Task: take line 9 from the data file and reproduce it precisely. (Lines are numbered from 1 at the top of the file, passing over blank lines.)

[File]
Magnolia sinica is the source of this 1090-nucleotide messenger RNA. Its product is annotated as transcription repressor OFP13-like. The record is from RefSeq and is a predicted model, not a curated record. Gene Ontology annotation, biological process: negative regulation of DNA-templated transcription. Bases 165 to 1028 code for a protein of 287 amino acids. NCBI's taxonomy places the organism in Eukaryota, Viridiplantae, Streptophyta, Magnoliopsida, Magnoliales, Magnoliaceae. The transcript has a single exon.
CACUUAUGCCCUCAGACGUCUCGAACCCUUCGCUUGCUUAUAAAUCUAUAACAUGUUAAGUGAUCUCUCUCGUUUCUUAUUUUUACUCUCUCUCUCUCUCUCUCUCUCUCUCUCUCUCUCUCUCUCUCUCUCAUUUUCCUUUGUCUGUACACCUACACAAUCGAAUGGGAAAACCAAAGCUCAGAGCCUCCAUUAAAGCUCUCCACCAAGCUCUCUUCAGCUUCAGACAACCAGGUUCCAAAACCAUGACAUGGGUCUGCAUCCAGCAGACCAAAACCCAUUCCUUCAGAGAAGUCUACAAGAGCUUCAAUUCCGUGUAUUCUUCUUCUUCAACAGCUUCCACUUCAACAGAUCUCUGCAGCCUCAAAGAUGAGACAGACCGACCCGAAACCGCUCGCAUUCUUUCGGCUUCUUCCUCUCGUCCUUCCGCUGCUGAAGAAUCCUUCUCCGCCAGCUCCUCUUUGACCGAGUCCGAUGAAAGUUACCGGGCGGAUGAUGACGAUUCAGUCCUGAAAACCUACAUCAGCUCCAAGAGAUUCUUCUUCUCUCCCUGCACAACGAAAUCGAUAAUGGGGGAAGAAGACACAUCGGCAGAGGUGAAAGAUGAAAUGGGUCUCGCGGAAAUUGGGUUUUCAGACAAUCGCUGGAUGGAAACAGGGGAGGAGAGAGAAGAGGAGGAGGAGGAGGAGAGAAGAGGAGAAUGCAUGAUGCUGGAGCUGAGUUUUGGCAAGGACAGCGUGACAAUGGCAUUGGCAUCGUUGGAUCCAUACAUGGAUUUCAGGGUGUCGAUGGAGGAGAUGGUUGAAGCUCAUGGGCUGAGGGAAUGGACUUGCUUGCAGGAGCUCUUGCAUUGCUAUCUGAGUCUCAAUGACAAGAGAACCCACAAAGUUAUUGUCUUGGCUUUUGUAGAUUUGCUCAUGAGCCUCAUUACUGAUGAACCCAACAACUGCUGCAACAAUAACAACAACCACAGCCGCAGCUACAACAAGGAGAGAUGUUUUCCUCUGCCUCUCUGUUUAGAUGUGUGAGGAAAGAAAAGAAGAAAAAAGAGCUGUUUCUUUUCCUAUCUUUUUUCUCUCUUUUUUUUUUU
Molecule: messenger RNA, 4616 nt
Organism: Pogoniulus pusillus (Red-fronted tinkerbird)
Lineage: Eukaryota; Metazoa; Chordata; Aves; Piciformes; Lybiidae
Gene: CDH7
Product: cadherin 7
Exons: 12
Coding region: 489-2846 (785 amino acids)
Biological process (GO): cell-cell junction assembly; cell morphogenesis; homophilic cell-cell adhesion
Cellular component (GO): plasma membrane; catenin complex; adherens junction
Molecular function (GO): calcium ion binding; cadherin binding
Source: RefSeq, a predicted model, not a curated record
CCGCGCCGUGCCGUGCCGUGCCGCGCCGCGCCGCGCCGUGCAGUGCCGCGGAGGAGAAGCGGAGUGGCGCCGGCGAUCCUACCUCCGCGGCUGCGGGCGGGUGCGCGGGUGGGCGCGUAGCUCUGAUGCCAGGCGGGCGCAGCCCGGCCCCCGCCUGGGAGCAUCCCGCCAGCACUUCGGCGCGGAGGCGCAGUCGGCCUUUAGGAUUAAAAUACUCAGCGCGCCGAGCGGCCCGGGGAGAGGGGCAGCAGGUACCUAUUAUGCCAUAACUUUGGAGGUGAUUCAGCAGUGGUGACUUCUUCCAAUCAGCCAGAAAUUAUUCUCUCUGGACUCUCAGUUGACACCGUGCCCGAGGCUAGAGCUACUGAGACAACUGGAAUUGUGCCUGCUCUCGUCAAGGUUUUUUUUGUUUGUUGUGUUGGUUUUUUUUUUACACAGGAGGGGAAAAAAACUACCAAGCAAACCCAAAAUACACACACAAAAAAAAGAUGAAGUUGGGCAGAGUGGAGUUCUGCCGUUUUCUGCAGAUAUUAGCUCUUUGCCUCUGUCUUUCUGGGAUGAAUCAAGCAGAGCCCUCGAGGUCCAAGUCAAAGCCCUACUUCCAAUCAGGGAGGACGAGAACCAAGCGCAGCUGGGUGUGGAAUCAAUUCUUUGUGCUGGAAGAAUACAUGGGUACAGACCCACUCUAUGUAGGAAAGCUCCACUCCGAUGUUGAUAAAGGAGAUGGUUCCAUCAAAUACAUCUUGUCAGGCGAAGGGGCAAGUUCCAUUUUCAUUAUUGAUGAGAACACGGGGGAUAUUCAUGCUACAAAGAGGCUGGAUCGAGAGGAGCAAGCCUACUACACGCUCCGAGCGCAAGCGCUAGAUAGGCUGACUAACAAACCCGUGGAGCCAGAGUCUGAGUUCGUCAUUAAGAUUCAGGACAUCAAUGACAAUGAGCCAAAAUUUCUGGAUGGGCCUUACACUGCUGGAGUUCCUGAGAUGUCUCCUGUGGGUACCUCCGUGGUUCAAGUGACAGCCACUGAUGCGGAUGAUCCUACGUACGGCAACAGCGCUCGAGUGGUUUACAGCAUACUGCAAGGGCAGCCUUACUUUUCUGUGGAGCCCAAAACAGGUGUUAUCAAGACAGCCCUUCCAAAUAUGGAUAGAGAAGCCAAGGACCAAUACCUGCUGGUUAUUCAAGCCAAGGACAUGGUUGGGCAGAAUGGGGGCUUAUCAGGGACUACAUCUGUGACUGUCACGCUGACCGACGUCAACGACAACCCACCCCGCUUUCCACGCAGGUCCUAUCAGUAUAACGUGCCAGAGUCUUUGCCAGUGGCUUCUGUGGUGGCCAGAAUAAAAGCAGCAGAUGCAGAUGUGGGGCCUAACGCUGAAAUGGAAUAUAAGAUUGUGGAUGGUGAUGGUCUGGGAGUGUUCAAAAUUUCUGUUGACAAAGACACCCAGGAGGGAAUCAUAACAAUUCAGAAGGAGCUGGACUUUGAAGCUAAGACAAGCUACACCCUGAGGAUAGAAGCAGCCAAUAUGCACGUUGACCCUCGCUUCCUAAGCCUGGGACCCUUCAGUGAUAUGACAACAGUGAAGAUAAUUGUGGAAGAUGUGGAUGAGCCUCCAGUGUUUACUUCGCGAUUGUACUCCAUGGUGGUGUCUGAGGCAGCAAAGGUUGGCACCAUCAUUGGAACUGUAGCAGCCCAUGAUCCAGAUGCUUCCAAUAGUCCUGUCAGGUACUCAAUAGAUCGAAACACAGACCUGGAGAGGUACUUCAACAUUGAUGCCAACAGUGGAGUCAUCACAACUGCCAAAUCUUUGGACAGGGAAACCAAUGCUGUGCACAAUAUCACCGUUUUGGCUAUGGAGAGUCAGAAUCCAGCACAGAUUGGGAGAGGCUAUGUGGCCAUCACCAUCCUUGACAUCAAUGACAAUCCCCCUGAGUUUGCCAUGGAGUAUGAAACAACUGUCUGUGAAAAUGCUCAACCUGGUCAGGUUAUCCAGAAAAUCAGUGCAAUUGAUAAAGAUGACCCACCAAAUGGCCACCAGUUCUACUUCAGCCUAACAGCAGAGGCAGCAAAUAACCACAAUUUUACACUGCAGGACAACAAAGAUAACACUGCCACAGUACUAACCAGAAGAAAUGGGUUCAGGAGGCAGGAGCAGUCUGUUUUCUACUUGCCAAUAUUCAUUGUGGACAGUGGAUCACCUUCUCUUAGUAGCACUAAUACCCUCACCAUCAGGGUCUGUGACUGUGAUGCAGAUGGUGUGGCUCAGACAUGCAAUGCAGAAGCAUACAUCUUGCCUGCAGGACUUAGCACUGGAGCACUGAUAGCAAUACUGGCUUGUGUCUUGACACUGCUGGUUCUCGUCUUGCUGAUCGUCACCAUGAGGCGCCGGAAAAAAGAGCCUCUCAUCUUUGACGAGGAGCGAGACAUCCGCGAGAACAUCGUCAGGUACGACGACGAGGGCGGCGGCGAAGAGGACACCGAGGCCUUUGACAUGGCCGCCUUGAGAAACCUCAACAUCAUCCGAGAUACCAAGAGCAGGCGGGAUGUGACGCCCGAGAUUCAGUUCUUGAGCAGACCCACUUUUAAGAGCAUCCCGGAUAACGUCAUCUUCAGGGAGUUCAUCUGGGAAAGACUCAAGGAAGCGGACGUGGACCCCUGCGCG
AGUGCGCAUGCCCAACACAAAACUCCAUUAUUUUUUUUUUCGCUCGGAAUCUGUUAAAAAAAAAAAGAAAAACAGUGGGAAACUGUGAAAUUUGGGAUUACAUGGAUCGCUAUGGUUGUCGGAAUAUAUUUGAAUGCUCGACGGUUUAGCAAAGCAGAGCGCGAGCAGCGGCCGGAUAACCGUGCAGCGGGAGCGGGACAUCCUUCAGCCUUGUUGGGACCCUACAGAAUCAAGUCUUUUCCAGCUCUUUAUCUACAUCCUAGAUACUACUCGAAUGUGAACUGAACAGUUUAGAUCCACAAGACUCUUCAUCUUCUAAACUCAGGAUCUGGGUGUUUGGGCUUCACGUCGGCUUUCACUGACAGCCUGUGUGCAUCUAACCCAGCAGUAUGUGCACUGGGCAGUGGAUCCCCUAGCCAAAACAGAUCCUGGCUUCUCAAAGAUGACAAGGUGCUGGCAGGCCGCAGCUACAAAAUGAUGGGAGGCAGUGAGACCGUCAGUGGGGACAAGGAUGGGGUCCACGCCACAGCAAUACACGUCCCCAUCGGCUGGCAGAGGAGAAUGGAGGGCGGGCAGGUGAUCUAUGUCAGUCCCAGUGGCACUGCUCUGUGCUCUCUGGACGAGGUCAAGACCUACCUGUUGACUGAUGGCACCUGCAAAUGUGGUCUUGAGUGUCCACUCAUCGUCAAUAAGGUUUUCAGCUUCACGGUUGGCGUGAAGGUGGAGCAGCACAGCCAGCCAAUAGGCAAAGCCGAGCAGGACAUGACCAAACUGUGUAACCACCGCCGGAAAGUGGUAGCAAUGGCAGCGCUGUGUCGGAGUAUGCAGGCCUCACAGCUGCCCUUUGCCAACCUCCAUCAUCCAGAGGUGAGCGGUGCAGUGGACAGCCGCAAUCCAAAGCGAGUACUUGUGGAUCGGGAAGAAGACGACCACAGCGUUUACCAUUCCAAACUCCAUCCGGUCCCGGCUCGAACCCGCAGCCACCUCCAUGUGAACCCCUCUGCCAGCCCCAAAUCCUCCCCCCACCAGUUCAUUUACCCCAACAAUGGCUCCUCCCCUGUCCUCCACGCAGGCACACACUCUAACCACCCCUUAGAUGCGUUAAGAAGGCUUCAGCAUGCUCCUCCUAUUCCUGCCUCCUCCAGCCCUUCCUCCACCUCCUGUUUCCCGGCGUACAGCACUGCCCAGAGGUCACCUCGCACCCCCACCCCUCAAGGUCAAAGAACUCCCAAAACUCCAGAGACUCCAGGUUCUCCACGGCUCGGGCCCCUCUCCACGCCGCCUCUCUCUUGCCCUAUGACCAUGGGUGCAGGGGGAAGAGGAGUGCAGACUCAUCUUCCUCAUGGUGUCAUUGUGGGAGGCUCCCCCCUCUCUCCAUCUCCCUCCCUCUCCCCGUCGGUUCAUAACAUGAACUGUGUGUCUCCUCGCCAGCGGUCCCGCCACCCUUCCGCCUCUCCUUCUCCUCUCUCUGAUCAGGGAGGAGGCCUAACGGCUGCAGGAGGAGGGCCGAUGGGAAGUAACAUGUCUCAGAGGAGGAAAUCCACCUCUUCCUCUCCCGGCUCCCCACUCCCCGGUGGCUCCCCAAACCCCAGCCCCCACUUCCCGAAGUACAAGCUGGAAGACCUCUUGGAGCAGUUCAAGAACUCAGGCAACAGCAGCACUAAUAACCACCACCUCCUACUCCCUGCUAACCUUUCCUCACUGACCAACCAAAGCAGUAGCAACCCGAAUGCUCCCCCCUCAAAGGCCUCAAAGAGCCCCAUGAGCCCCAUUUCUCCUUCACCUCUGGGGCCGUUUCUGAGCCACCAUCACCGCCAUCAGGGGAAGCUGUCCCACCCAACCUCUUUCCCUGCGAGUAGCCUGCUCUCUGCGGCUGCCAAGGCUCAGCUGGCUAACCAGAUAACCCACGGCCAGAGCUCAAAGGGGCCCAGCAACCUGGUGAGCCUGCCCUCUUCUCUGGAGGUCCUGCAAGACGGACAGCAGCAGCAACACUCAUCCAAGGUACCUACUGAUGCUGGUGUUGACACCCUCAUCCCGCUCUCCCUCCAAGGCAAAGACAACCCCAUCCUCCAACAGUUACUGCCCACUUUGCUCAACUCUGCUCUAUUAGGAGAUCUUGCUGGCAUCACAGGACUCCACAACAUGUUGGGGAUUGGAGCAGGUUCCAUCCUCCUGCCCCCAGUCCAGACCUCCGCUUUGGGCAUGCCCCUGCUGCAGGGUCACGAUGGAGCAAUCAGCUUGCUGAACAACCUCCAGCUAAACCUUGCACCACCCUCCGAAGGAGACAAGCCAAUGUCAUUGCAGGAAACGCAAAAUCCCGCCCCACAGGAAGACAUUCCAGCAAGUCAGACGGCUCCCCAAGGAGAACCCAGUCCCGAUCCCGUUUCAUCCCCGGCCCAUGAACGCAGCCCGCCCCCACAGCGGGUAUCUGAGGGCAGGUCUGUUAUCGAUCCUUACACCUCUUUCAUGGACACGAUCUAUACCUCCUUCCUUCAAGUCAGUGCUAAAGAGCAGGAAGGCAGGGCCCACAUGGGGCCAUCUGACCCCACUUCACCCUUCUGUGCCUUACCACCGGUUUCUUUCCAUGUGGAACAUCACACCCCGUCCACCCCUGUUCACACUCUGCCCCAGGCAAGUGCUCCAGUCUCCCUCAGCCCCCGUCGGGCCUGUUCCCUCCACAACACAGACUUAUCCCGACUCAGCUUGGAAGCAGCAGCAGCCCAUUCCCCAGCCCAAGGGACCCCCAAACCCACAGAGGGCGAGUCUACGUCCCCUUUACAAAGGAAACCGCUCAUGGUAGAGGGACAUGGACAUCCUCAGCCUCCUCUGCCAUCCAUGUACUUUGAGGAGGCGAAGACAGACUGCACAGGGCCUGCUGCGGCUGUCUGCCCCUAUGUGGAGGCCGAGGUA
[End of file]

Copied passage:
Coding region: 489-2846 (785 amino acids)